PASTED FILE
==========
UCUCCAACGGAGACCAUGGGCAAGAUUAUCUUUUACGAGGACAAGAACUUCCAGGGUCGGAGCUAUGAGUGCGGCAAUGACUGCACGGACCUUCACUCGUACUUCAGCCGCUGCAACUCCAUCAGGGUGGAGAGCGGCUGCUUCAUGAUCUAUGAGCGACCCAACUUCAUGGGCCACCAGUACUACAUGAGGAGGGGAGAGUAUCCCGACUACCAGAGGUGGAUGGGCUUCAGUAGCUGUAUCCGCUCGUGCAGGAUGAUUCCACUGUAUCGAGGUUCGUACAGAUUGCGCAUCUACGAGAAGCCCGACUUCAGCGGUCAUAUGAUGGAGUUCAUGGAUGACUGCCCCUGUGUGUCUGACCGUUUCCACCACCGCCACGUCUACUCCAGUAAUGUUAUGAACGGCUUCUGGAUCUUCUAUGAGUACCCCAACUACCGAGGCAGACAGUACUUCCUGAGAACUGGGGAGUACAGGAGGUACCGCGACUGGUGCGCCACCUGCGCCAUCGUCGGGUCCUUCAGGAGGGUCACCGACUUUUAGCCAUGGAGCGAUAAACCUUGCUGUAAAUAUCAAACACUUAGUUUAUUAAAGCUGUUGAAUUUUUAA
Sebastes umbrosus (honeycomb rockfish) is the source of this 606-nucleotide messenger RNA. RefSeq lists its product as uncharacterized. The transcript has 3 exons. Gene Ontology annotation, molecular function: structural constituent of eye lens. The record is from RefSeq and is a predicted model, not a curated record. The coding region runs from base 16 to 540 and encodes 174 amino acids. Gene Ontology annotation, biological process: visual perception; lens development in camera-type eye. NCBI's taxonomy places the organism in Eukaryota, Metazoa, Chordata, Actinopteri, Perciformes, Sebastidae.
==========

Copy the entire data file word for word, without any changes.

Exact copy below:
UCUCCAACGGAGACCAUGGGCAAGAUUAUCUUUUACGAGGACAAGAACUUCCAGGGUCGGAGCUAUGAGUGCGGCAAUGACUGCACGGACCUUCACUCGUACUUCAGCCGCUGCAACUCCAUCAGGGUGGAGAGCGGCUGCUUCAUGAUCUAUGAGCGACCCAACUUCAUGGGCCACCAGUACUACAUGAGGAGGGGAGAGUAUCCCGACUACCAGAGGUGGAUGGGCUUCAGUAGCUGUAUCCGCUCGUGCAGGAUGAUUCCACUGUAUCGAGGUUCGUACAGAUUGCGCAUCUACGAGAAGCCCGACUUCAGCGGUCAUAUGAUGGAGUUCAUGGAUGACUGCCCCUGUGUGUCUGACCGUUUCCACCACCGCCACGUCUACUCCAGUAAUGUUAUGAACGGCUUCUGGAUCUUCUAUGAGUACCCCAACUACCGAGGCAGACAGUACUUCCUGAGAACUGGGGAGUACAGGAGGUACCGCGACUGGUGCGCCACCUGCGCCAUCGUCGGGUCCUUCAGGAGGGUCACCGACUUUUAGCCAUGGAGCGAUAAACCUUGCUGUAAAUAUCAAACACUUAGUUUAUUAAAGCUGUUGAAUUUUUAA
Sebastes umbrosus (honeycomb rockfish) is the source of this 606-nucleotide messenger RNA. RefSeq lists its product as uncharacterized. The transcript has 3 exons. Gene Ontology annotation, molecular function: structural constituent of eye lens. The record is from RefSeq and is a predicted model, not a curated record. The coding region runs from base 16 to 540 and encodes 174 amino acids. Gene Ontology annotation, biological process: visual perception; lens development in camera-type eye. NCBI's taxonomy places the organism in Eukaryota, Metazoa, Chordata, Actinopteri, Perciformes, Sebastidae.